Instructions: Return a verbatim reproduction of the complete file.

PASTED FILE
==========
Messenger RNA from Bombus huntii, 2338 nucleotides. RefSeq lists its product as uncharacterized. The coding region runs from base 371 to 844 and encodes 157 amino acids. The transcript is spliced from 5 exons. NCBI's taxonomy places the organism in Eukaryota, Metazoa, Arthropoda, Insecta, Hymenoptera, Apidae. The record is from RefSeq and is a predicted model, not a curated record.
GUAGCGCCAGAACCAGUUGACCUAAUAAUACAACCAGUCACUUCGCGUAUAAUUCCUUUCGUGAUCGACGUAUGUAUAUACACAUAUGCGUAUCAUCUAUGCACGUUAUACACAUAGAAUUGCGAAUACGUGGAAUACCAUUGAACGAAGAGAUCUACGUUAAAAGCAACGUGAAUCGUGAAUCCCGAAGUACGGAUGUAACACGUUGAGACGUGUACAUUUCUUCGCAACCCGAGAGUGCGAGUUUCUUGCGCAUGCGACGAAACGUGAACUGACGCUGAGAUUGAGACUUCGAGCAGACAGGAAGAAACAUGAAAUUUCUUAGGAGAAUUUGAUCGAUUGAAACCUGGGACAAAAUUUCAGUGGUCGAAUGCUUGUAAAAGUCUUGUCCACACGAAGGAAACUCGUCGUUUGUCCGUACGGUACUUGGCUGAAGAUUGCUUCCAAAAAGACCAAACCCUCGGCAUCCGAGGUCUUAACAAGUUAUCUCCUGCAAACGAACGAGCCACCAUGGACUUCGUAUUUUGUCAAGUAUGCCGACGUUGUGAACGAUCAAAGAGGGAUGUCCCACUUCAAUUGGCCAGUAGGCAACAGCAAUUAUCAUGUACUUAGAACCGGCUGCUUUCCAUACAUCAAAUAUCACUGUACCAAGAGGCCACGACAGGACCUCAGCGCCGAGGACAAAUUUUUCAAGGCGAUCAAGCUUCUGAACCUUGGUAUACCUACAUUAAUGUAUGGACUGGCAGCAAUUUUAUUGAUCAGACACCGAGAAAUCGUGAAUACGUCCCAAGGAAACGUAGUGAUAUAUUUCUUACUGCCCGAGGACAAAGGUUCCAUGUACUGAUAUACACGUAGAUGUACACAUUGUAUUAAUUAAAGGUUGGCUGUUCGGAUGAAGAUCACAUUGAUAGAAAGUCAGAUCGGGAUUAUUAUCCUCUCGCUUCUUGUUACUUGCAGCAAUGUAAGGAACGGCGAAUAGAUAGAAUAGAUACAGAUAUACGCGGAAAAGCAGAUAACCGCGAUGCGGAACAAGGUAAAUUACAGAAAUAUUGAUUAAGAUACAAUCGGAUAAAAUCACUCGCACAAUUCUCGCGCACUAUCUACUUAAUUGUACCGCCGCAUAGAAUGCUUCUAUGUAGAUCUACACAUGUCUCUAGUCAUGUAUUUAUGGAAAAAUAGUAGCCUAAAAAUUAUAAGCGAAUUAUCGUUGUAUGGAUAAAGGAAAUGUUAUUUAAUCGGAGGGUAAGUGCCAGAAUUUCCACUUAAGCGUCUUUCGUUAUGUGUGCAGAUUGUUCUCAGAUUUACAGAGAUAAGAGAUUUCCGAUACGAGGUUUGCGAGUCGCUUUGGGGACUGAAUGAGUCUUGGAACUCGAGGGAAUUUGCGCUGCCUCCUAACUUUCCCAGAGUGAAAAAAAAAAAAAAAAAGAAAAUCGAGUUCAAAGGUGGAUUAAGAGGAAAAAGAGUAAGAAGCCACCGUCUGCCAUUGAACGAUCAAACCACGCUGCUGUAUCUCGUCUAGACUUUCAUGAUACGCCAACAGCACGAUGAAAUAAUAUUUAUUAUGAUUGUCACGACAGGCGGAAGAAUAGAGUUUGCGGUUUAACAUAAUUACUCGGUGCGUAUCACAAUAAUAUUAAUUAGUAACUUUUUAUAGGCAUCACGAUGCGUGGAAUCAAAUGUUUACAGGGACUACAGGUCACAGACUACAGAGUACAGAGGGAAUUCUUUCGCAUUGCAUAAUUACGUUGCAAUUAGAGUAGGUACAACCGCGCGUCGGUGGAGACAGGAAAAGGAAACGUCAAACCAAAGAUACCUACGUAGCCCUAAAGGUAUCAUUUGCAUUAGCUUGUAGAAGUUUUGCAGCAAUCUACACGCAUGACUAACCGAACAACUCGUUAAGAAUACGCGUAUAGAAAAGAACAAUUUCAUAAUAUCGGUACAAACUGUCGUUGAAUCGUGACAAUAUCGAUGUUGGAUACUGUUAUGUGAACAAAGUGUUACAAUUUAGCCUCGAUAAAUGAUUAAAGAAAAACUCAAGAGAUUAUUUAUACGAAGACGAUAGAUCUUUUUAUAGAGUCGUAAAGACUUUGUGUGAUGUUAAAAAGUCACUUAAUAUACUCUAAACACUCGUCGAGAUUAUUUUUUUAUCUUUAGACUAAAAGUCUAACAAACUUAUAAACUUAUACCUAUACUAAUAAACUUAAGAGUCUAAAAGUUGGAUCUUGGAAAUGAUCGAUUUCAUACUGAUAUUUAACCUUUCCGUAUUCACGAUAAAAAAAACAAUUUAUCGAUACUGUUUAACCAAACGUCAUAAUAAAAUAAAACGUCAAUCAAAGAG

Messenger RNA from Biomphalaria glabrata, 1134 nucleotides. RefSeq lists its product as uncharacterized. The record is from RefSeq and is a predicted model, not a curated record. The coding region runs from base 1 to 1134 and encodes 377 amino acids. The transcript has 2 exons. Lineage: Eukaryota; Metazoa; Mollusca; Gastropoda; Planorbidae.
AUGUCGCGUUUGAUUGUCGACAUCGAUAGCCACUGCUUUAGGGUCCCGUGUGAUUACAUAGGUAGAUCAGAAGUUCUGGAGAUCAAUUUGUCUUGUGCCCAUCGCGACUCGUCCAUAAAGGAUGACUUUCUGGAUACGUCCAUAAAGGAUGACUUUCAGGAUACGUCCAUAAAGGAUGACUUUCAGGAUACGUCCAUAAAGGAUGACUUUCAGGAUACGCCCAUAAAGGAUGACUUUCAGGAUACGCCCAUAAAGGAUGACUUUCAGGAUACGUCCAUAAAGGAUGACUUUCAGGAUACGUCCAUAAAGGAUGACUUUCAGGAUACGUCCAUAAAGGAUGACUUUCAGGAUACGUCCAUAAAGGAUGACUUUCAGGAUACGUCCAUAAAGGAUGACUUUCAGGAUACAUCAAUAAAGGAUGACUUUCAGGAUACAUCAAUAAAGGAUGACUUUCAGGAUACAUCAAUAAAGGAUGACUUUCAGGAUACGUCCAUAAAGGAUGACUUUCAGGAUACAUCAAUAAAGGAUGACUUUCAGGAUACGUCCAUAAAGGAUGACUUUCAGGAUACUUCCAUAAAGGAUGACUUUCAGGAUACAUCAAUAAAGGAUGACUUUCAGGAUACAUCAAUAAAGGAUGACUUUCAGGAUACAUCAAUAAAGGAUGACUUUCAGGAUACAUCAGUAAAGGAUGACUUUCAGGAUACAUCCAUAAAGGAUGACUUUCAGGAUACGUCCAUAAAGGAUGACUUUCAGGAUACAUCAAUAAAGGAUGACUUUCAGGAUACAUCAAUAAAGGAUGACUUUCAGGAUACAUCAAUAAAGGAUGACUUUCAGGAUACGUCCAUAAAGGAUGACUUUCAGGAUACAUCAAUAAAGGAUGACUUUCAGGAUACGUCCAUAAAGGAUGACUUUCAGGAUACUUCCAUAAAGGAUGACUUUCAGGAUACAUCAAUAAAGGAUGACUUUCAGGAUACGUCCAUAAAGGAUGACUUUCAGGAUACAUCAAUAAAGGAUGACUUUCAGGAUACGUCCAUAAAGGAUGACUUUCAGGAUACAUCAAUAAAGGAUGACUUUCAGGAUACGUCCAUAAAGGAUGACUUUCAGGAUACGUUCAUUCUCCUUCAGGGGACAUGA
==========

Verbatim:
Messenger RNA from Bombus huntii, 2338 nucleotides. RefSeq lists its product as uncharacterized. The coding region runs from base 371 to 844 and encodes 157 amino acids. The transcript is spliced from 5 exons. NCBI's taxonomy places the organism in Eukaryota, Metazoa, Arthropoda, Insecta, Hymenoptera, Apidae. The record is from RefSeq and is a predicted model, not a curated record.
GUAGCGCCAGAACCAGUUGACCUAAUAAUACAACCAGUCACUUCGCGUAUAAUUCCUUUCGUGAUCGACGUAUGUAUAUACACAUAUGCGUAUCAUCUAUGCACGUUAUACACAUAGAAUUGCGAAUACGUGGAAUACCAUUGAACGAAGAGAUCUACGUUAAAAGCAACGUGAAUCGUGAAUCCCGAAGUACGGAUGUAACACGUUGAGACGUGUACAUUUCUUCGCAACCCGAGAGUGCGAGUUUCUUGCGCAUGCGACGAAACGUGAACUGACGCUGAGAUUGAGACUUCGAGCAGACAGGAAGAAACAUGAAAUUUCUUAGGAGAAUUUGAUCGAUUGAAACCUGGGACAAAAUUUCAGUGGUCGAAUGCUUGUAAAAGUCUUGUCCACACGAAGGAAACUCGUCGUUUGUCCGUACGGUACUUGGCUGAAGAUUGCUUCCAAAAAGACCAAACCCUCGGCAUCCGAGGUCUUAACAAGUUAUCUCCUGCAAACGAACGAGCCACCAUGGACUUCGUAUUUUGUCAAGUAUGCCGACGUUGUGAACGAUCAAAGAGGGAUGUCCCACUUCAAUUGGCCAGUAGGCAACAGCAAUUAUCAUGUACUUAGAACCGGCUGCUUUCCAUACAUCAAAUAUCACUGUACCAAGAGGCCACGACAGGACCUCAGCGCCGAGGACAAAUUUUUCAAGGCGAUCAAGCUUCUGAACCUUGGUAUACCUACAUUAAUGUAUGGACUGGCAGCAAUUUUAUUGAUCAGACACCGAGAAAUCGUGAAUACGUCCCAAGGAAACGUAGUGAUAUAUUUCUUACUGCCCGAGGACAAAGGUUCCAUGUACUGAUAUACACGUAGAUGUACACAUUGUAUUAAUUAAAGGUUGGCUGUUCGGAUGAAGAUCACAUUGAUAGAAAGUCAGAUCGGGAUUAUUAUCCUCUCGCUUCUUGUUACUUGCAGCAAUGUAAGGAACGGCGAAUAGAUAGAAUAGAUACAGAUAUACGCGGAAAAGCAGAUAACCGCGAUGCGGAACAAGGUAAAUUACAGAAAUAUUGAUUAAGAUACAAUCGGAUAAAAUCACUCGCACAAUUCUCGCGCACUAUCUACUUAAUUGUACCGCCGCAUAGAAUGCUUCUAUGUAGAUCUACACAUGUCUCUAGUCAUGUAUUUAUGGAAAAAUAGUAGCCUAAAAAUUAUAAGCGAAUUAUCGUUGUAUGGAUAAAGGAAAUGUUAUUUAAUCGGAGGGUAAGUGCCAGAAUUUCCACUUAAGCGUCUUUCGUUAUGUGUGCAGAUUGUUCUCAGAUUUACAGAGAUAAGAGAUUUCCGAUACGAGGUUUGCGAGUCGCUUUGGGGACUGAAUGAGUCUUGGAACUCGAGGGAAUUUGCGCUGCCUCCUAACUUUCCCAGAGUGAAAAAAAAAAAAAAAAAGAAAAUCGAGUUCAAAGGUGGAUUAAGAGGAAAAAGAGUAAGAAGCCACCGUCUGCCAUUGAACGAUCAAACCACGCUGCUGUAUCUCGUCUAGACUUUCAUGAUACGCCAACAGCACGAUGAAAUAAUAUUUAUUAUGAUUGUCACGACAGGCGGAAGAAUAGAGUUUGCGGUUUAACAUAAUUACUCGGUGCGUAUCACAAUAAUAUUAAUUAGUAACUUUUUAUAGGCAUCACGAUGCGUGGAAUCAAAUGUUUACAGGGACUACAGGUCACAGACUACAGAGUACAGAGGGAAUUCUUUCGCAUUGCAUAAUUACGUUGCAAUUAGAGUAGGUACAACCGCGCGUCGGUGGAGACAGGAAAAGGAAACGUCAAACCAAAGAUACCUACGUAGCCCUAAAGGUAUCAUUUGCAUUAGCUUGUAGAAGUUUUGCAGCAAUCUACACGCAUGACUAACCGAACAACUCGUUAAGAAUACGCGUAUAGAAAAGAACAAUUUCAUAAUAUCGGUACAAACUGUCGUUGAAUCGUGACAAUAUCGAUGUUGGAUACUGUUAUGUGAACAAAGUGUUACAAUUUAGCCUCGAUAAAUGAUUAAAGAAAAACUCAAGAGAUUAUUUAUACGAAGACGAUAGAUCUUUUUAUAGAGUCGUAAAGACUUUGUGUGAUGUUAAAAAGUCACUUAAUAUACUCUAAACACUCGUCGAGAUUAUUUUUUUAUCUUUAGACUAAAAGUCUAACAAACUUAUAAACUUAUACCUAUACUAAUAAACUUAAGAGUCUAAAAGUUGGAUCUUGGAAAUGAUCGAUUUCAUACUGAUAUUUAACCUUUCCGUAUUCACGAUAAAAAAAACAAUUUAUCGAUACUGUUUAACCAAACGUCAUAAUAAAAUAAAACGUCAAUCAAAGAG

Messenger RNA from Biomphalaria glabrata, 1134 nucleotides. RefSeq lists its product as uncharacterized. The record is from RefSeq and is a predicted model, not a curated record. The coding region runs from base 1 to 1134 and encodes 377 amino acids. The transcript has 2 exons. Lineage: Eukaryota; Metazoa; Mollusca; Gastropoda; Planorbidae.
AUGUCGCGUUUGAUUGUCGACAUCGAUAGCCACUGCUUUAGGGUCCCGUGUGAUUACAUAGGUAGAUCAGAAGUUCUGGAGAUCAAUUUGUCUUGUGCCCAUCGCGACUCGUCCAUAAAGGAUGACUUUCUGGAUACGUCCAUAAAGGAUGACUUUCAGGAUACGUCCAUAAAGGAUGACUUUCAGGAUACGUCCAUAAAGGAUGACUUUCAGGAUACGCCCAUAAAGGAUGACUUUCAGGAUACGCCCAUAAAGGAUGACUUUCAGGAUACGUCCAUAAAGGAUGACUUUCAGGAUACGUCCAUAAAGGAUGACUUUCAGGAUACGUCCAUAAAGGAUGACUUUCAGGAUACGUCCAUAAAGGAUGACUUUCAGGAUACGUCCAUAAAGGAUGACUUUCAGGAUACAUCAAUAAAGGAUGACUUUCAGGAUACAUCAAUAAAGGAUGACUUUCAGGAUACAUCAAUAAAGGAUGACUUUCAGGAUACGUCCAUAAAGGAUGACUUUCAGGAUACAUCAAUAAAGGAUGACUUUCAGGAUACGUCCAUAAAGGAUGACUUUCAGGAUACUUCCAUAAAGGAUGACUUUCAGGAUACAUCAAUAAAGGAUGACUUUCAGGAUACAUCAAUAAAGGAUGACUUUCAGGAUACAUCAAUAAAGGAUGACUUUCAGGAUACAUCAGUAAAGGAUGACUUUCAGGAUACAUCCAUAAAGGAUGACUUUCAGGAUACGUCCAUAAAGGAUGACUUUCAGGAUACAUCAAUAAAGGAUGACUUUCAGGAUACAUCAAUAAAGGAUGACUUUCAGGAUACAUCAAUAAAGGAUGACUUUCAGGAUACGUCCAUAAAGGAUGACUUUCAGGAUACAUCAAUAAAGGAUGACUUUCAGGAUACGUCCAUAAAGGAUGACUUUCAGGAUACUUCCAUAAAGGAUGACUUUCAGGAUACAUCAAUAAAGGAUGACUUUCAGGAUACGUCCAUAAAGGAUGACUUUCAGGAUACAUCAAUAAAGGAUGACUUUCAGGAUACGUCCAUAAAGGAUGACUUUCAGGAUACAUCAAUAAAGGAUGACUUUCAGGAUACGUCCAUAAAGGAUGACUUUCAGGAUACGUUCAUUCUCCUUCAGGGGACAUGA